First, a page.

BY: Reddy Sailaja M (MSIWM030)


A hormone is a signaling molecule secreted by endocrine glands in response to physiological stimuli in multi cellular organisms. These hormones circulate in blood and reach its destination to exert specific function. Hormones help maintain physiological and behavioral functions in the organisms.

Hormones are classified into three main classes:

  • Steriod hormones – Lipid soluble and move across plasma membrane of the targeted cells.
  • Peptide hormones – Water soluble and act through cell surface receptors present on the targeted cells.
  • Aminoacid derivatives

Table 1: Three classes of hormones

Peptide hormones

Peptide hormones are made up of small amino acid chains called, peptides. Peptide hormones are synthesized in the cells from amino  acids based on mRNA sequence that is derived from DNA template within the nucleus.

Peptide hormones can’t navigate across plasma membrane of the cell. Hence, they exert their function by binding to the receptor present on the cell surface of the target cell that in turn trigger signal transduction and cellular response. Some peptide hormones like parathyroid hormone-related protein, angiotensin II etc interact with intracellular components within cytoplasm or nucleus by an intracrine mode of interaction.

Some of the examples of peptide hormones are as follows:

  • Adrenocorticotrophic hormone
  • Thyroid stimulating hormone
  • Vasopressin
  • Angiotensin II
  • Antrial natriuretic peptide
  • Calcitonin
  • Follicle stimulating hormone
  • Insulin
  • Growth hormone
  • Parathyroid hormone
  • Prolactin

Table 2: Main peptide hormones – details and functions

Detection of peptide hormones

As peptide hormones circulate in blood to reach their destination, serum generally acts as the source of detection and measurement.

The following are the main detection methods used to detection peptide hormones:

  1. Sandwich ELISA technique:
  2. In sandwich ELISA method, two antibodies are used to detect hormone of interest. One of the antibodies is attached to the solid support on the micro titer plate, called as capture antibody.
  3. Second antibody labeled with a signal molecule (enzyme or radioisotope or chemilumiscent) acts as detector.
  4. When the analyte containing mixture is loaded onto the micro titer plate, capture antibodies bind to the analyte via epitope that is present on the analyte surface and catch hold of analytes.
  5. When the detector antibodies are added to the plate, they bind to different location on the analyte.
  6. In the enzyme based reaction, when substrate is added, it reacts with enzyme that is attached to the detector body and shows response in the form of color change.

Figure 1: Sandwich ELISA to detect analytes in the blood

  • Radioimmunoassay (RIA):
  • RIA is an in vitro detection technique that detects and measures antigens (like hormones and other foreign substances) in the blood. RIA technique is discovered by Berson and Yalow in 1960 to analyze insulin levels in blood.
  • RIA method is based on the radioactivity measurement associated with antigen-antibody interactions in the reaction.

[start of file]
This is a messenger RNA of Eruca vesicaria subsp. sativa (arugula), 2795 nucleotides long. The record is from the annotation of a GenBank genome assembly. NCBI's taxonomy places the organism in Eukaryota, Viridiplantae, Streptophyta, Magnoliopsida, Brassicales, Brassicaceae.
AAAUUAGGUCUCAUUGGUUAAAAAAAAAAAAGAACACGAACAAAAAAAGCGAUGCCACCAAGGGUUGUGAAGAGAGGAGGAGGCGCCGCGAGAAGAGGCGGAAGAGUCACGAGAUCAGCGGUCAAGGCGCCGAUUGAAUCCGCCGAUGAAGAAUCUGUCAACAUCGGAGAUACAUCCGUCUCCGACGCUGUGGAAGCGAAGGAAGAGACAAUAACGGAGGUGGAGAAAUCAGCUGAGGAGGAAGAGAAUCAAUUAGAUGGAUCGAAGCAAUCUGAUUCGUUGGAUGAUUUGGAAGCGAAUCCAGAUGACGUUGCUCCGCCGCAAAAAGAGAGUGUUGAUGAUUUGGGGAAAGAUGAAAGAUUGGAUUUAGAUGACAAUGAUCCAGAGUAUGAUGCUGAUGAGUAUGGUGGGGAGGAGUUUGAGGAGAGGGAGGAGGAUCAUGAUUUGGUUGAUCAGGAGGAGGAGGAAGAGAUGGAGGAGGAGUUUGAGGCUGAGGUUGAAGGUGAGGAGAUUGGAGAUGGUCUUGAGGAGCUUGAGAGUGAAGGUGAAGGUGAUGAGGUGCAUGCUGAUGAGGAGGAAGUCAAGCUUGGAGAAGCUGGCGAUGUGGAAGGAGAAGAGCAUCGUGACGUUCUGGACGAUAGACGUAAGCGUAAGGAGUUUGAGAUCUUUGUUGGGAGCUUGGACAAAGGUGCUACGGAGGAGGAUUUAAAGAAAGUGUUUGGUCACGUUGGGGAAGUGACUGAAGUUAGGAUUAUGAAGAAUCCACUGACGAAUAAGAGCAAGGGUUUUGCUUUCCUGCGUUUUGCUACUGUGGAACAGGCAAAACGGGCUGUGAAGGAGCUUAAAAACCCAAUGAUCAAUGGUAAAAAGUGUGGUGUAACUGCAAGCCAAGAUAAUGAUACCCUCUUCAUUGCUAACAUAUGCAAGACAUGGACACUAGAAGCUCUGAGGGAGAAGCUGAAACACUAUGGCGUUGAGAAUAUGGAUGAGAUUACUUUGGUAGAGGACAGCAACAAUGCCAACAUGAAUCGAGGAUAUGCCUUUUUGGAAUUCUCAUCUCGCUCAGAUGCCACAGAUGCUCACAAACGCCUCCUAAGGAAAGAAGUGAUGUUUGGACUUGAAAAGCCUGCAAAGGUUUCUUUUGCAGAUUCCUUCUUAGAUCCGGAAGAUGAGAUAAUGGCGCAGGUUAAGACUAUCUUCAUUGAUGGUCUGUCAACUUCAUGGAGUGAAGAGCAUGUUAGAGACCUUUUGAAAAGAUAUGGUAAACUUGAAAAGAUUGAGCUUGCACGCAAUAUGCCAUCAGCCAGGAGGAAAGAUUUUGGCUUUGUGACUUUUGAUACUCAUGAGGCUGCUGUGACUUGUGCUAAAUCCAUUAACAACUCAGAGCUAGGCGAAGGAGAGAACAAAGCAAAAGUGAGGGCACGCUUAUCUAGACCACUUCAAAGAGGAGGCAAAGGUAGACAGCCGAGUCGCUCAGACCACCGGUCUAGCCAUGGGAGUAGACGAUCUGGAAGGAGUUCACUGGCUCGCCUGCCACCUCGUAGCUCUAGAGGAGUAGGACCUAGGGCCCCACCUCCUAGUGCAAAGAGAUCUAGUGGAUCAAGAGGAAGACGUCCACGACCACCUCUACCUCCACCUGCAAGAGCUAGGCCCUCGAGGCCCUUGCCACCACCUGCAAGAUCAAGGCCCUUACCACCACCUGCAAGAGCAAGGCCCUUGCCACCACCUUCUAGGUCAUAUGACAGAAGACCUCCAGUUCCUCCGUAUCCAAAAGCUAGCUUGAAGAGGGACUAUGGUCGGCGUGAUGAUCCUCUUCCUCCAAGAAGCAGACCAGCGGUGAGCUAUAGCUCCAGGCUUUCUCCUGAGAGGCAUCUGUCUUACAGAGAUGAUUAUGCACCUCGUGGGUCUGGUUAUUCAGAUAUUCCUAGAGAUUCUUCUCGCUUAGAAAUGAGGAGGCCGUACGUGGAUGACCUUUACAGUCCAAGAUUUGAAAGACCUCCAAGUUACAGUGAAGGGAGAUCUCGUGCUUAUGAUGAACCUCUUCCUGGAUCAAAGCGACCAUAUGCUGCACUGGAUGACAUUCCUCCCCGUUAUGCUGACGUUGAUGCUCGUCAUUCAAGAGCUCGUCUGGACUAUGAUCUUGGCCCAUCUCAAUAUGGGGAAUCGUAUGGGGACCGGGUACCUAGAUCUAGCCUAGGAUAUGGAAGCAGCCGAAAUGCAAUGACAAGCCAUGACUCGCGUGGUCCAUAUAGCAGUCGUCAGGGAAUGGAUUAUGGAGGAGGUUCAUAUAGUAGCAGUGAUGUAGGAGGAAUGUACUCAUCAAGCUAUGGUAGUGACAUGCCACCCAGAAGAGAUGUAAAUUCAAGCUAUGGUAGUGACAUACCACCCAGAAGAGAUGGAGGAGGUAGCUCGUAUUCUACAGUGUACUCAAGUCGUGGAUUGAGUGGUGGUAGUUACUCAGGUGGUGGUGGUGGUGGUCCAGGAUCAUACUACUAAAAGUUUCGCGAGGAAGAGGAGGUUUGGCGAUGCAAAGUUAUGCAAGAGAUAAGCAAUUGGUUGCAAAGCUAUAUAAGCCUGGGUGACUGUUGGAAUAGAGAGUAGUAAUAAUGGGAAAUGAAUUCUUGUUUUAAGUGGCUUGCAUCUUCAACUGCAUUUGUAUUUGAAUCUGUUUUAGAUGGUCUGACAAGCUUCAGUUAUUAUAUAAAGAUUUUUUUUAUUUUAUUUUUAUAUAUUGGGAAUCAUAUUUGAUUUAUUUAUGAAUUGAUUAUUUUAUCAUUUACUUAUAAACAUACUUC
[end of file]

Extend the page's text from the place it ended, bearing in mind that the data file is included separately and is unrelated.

• A known antigen that is radiolabelled is incubated with antibody at known concentrations.
  • When the analyte containing solution is added to the labelled antigen-antibody mixture, antigen of interest replaces labelled antigen and bind to the antibody.
  • More the antigen of interest present in the solution, more labelled antigen will be displaced and replaced with antigen of interest.

Figure 2: Radioimmunoassay

  • Enzyme multiplied Immunoassay Technique (EMIT):
  • EMIT is more easy and equivalent detection method, both qualitatively and quantitatively to measure wide-range of analytes from the serum.
  • EMIT is based on the principle that the amount of analyte present in the solution is directly proportional to the inhibition of enzyme-substrate reaction complex.
  • In this technique, initially a known analyte is labelled with an enzyme and antibody specific to drug is allowed to bind drug-enzyme complex. This results in inhibition of enzyme activity.
  • When the solution containing analyte is added to the above mixture, the analyte releases the antibody from the drug-enzyme complex, thereby increasing enzymatic activity.
  • Therefore, enzyme activity is proportional to the analyte present in the sample added and is measured by absorbance value changes of the enzyme.

Figure 3: Enzyme multiplied Immunoassay Technique

  • Immunoradiometric assay (IRMA)
  • IRMA utilizes radiolabeled antibodies to detect analytes of interest.
  • In this technique, antibody is directly labeled with radioisotopes rather than using two antibodies as in other immune assays.
  • When an analyte containing solution is added to micro titer plateradiolabeled antibodies bind to the specific epitopes of the anlytes and forms the antigen-antibody complex.
  • I125 and I131 radioisotopes used in general for this assay.
  • Unbound radiolabeled antibodies are removed from the plate by second wash during the process.

Figure 4: Immunoradiometric assay

The other peptide hormone detection methods are listed below:

  • Ultrafiltration
  • Chromatography
  • Time resolved fluorescence
  • Mass spectrometry
  • Two site immunometric technique